January 03, 2008

Not Cricket

When you read the press reports from Indian cricket writers you'd almost believe that they're the only side that ever got a bad call.

I don't recall reading too many stories blaming the umpires for any other team losing a test match. The reason is of course that one decision does not determine who will win or lose. The melodramatic pleas from Indian media and players reveals the extent to which they have failed to take responsibility for their own situation.

They got two bad calls during the day, that is true. But they also stood around for hours and watched hundreds of runs scored against their bowling. There were eleven fit and talented Indian cricketers out on the field that day, what were they doing to win the match? They did half a days work and then let the game slip away from them after a bad call.

Andrew Symonds pointed out himself that the rub of the green can go either way in a match. Just ask Ricky Ponting about being given LBW after getting the bat to ball. All kinds of luck can flow with you or against you, and the important thing is how you respond to that. The previous test match in Melbourne saw a few LBW decisions go in favour of some lucky Indian batsmen - but the bowlers job is to walk back up the pitch and bowl another one until you get your man.

Most disappointing was the suggestion that it was a deliberate error. There's a big difference between whining about the result and accusing someone of interfering with the game. It shows an appalling lack of character on behalf of those who would voice such baseless drivel.

Even the call to lodge a complaint with the match referee only reflects poorly on the Indians, and does nothing to help the team perform at their best. By diverting attention towards a single incident they fail to accept the nature of the game, and fail to accept the challenge of test cricket. It's about five days of ebb and flow, it's not about hysterical theatrics and playing the victim.

India has a great team of players, I'd like to see them concentrate on their cricket and leave the impossibly difficult job of umpiring to people who have more skill than some hack of a writer.

India Dialy
Hindustan Times
Inida Times
Express India


ewster said...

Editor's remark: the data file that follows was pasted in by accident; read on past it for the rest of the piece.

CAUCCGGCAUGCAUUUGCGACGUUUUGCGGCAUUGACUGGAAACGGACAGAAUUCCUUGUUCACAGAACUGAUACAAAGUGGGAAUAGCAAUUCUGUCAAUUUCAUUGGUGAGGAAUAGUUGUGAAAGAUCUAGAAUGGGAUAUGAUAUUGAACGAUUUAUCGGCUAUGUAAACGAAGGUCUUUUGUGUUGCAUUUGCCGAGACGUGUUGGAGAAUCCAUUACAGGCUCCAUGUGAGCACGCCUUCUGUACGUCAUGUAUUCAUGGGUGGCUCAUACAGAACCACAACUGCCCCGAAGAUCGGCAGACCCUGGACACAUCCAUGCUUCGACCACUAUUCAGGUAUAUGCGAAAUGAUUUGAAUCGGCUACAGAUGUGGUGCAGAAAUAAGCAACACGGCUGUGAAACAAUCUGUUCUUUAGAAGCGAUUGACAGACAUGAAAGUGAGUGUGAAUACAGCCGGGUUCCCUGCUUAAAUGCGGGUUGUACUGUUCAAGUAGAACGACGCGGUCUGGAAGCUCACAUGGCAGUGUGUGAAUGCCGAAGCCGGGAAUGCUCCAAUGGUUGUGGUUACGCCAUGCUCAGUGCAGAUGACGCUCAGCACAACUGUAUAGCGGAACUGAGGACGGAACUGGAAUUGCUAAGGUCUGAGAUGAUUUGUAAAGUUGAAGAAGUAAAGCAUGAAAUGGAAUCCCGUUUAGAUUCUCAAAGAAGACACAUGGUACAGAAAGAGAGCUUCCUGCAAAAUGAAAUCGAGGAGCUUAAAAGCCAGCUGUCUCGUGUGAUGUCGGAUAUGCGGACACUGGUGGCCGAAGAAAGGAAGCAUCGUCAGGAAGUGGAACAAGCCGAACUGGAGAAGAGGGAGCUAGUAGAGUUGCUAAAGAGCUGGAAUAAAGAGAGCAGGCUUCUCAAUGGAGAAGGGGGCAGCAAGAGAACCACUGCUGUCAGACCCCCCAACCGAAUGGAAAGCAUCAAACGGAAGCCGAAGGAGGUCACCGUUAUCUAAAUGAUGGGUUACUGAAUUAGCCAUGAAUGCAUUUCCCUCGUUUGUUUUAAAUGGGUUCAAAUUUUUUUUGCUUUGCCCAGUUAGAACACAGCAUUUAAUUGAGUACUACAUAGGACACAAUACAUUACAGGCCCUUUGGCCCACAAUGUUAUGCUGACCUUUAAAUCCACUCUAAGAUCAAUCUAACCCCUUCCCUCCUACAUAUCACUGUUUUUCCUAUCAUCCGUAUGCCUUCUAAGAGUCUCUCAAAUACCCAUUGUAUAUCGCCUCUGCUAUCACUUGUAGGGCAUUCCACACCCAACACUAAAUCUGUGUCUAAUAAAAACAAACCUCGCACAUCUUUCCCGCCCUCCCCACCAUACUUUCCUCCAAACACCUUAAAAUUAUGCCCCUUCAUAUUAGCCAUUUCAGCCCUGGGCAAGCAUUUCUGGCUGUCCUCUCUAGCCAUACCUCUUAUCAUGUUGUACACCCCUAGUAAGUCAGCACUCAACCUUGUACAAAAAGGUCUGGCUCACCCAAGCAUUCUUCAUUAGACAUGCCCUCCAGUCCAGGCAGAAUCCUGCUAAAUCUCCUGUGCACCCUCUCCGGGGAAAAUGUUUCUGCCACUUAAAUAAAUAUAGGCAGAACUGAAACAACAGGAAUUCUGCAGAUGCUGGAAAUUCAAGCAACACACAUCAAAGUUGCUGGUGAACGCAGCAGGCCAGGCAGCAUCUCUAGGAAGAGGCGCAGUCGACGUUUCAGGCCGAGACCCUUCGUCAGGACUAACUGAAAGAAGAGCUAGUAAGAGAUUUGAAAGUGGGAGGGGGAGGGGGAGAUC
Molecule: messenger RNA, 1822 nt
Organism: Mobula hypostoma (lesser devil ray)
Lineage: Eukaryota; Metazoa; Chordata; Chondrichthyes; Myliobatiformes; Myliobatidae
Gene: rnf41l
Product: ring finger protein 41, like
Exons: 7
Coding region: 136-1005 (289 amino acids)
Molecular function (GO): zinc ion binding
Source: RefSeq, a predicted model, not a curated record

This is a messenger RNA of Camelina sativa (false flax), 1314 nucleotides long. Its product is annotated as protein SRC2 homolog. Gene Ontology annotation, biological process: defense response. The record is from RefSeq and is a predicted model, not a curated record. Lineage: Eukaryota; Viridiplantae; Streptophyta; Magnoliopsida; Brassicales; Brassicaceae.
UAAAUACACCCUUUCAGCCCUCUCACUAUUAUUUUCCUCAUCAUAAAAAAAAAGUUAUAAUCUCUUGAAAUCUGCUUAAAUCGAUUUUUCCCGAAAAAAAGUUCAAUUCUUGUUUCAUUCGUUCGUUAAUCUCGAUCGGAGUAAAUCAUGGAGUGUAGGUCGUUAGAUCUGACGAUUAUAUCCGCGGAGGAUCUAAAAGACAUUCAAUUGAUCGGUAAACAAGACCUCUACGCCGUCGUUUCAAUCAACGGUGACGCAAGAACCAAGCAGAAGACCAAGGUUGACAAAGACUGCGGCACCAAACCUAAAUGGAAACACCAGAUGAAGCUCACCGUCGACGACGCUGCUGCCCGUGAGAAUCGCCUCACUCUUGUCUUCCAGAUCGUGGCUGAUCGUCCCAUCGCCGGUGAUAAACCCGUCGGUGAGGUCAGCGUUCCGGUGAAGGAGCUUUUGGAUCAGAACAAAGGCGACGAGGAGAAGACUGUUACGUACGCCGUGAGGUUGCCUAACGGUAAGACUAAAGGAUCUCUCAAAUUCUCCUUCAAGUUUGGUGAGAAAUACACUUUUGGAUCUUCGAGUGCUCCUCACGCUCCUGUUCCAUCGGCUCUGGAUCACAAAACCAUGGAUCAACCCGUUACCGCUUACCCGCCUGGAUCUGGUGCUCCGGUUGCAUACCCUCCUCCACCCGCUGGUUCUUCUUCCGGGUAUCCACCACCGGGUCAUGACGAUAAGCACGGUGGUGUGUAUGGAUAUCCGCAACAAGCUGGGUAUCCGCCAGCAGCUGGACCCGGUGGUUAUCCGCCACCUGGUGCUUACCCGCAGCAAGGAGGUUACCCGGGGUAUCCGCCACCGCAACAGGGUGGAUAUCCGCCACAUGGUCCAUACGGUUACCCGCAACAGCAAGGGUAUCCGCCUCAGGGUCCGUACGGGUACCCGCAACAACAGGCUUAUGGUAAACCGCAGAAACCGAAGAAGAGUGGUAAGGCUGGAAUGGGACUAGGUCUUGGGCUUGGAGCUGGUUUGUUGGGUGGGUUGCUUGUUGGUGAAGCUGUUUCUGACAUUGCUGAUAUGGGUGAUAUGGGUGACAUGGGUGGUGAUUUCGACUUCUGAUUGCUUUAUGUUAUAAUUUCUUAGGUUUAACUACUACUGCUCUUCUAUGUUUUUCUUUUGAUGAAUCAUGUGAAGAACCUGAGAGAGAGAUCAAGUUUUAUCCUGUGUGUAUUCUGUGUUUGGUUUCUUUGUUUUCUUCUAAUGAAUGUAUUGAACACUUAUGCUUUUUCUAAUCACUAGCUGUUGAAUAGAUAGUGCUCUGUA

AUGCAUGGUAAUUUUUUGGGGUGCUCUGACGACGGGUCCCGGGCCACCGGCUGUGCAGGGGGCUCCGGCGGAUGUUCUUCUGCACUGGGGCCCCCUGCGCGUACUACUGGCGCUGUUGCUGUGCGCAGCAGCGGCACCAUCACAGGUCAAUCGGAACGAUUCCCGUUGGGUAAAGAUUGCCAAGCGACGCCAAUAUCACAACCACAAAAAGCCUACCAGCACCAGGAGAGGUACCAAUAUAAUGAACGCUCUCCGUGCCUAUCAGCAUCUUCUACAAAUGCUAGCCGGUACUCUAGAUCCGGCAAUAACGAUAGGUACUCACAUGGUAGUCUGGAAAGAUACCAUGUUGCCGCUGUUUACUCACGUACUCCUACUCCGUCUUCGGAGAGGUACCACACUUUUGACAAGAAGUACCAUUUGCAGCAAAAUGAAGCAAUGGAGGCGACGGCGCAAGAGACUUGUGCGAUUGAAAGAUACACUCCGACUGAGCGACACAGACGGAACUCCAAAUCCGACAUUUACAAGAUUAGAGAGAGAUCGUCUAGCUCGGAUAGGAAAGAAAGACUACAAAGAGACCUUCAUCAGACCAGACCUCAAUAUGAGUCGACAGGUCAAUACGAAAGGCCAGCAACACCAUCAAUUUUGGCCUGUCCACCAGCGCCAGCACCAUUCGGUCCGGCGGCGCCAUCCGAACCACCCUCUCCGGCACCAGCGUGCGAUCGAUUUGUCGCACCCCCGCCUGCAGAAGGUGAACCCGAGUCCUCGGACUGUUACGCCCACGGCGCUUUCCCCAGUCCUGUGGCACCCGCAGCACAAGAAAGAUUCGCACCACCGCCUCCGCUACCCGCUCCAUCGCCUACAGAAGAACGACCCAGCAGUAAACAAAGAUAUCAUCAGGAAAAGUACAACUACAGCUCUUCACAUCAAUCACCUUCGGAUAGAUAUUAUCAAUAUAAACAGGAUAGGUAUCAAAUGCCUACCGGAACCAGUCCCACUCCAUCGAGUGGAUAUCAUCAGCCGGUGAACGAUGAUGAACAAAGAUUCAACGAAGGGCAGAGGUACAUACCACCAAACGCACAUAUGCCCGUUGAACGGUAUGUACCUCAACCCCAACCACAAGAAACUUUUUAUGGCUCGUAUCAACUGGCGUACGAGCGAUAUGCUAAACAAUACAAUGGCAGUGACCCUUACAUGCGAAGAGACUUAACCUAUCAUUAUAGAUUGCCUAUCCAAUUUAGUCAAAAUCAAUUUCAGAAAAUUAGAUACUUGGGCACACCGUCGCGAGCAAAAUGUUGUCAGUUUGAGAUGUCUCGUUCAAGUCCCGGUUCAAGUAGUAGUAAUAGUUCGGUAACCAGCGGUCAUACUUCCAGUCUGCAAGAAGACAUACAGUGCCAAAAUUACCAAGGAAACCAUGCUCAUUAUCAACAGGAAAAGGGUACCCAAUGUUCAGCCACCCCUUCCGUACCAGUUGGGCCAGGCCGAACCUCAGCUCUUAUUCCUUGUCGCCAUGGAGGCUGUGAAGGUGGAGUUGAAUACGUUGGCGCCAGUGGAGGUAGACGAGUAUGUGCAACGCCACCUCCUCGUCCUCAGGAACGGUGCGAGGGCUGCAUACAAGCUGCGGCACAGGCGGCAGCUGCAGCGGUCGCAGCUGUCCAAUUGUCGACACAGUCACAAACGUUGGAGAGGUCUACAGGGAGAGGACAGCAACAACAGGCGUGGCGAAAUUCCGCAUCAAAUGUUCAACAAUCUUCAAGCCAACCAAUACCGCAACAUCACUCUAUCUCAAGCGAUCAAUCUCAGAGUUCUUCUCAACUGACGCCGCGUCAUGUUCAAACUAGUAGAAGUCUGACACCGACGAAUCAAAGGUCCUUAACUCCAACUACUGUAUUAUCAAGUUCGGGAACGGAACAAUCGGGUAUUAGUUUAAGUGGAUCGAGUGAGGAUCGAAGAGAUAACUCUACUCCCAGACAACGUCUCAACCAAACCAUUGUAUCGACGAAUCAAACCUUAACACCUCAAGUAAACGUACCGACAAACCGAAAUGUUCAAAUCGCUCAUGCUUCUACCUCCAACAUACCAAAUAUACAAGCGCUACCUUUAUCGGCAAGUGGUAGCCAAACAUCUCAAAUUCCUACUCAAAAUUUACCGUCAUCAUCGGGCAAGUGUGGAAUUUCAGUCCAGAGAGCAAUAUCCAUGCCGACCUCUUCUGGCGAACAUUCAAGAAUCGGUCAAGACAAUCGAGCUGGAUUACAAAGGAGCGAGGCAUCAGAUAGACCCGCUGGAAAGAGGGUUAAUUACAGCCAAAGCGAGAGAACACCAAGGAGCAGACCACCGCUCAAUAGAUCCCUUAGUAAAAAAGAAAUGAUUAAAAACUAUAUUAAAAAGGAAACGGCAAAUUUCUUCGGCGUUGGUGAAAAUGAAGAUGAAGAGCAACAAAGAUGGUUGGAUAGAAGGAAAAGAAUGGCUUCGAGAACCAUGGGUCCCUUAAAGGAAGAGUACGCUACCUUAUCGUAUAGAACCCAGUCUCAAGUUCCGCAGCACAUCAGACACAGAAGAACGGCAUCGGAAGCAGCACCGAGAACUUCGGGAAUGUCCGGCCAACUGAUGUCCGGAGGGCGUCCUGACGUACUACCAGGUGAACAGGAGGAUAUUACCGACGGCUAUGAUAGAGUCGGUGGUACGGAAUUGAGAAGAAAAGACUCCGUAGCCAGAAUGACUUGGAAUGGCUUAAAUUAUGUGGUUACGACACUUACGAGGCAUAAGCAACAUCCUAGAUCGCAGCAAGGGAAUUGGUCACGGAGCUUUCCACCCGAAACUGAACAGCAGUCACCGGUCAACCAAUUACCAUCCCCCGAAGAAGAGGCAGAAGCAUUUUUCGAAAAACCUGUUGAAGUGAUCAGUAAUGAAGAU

I think everyone needs to take a big step back, this includes the BCCI, CA, The Indian team, the Australian team, the ICC and channel 9 commentators... and especially Peter Roebuck. All I have heard is inflamatory comments and no really reasoning. We have always had the good and the bad umpiring decisions but you never hear of an Umpire being patted on the back for all the good ones, just the knives being sharpened for the bad ones. As for a batsman standing his ground, give the guy some time to reflect what could have been (Ganguly and Clarke) and what they have missed out on. If they are remonstrating with the Umpire, throw the book at them and hard. I know I have appealed for a wicket when the batsman did not think he was out but I as the bowler/fielder did, I don't believe this makes me a cheat or person of ill-repute - there are two sides to every cricket story Mr Roebuck, as you well know. Harbajan obviously said something out there, but he also said a lot in the press and on the Oct 2007 tour. He is not making any friends, especially for his lack of respect towards Ponting, one of the greatest batsmen to play the game, with all his carry on. Anil Kumble needs to pull his men into line and Ricky Ponting needs to pull his men into line. Both groups are acting like spoilt children. I don't condone the behaviour of the Aussies either, especially after the umpiring decisions that occurred, hugging and carrying on after the final wicket as the opposition Captain waited to congratulate the victors but was rudely ignored. That should have been Ricky Pontings first priority but does not condone Peter Roebucks outrageous call for his sacking. If he wanted headlines around the world, and earn himself a few extra dollars, well in my opinion, he has done it in the most inflammatory underhanded manner. Grow up and act like adults. Sledging, name-calling and unsportsmanlike behaviour is not recquired at any level of cricket. Especially from the No.1 and No.2 test playing nations of world cricket.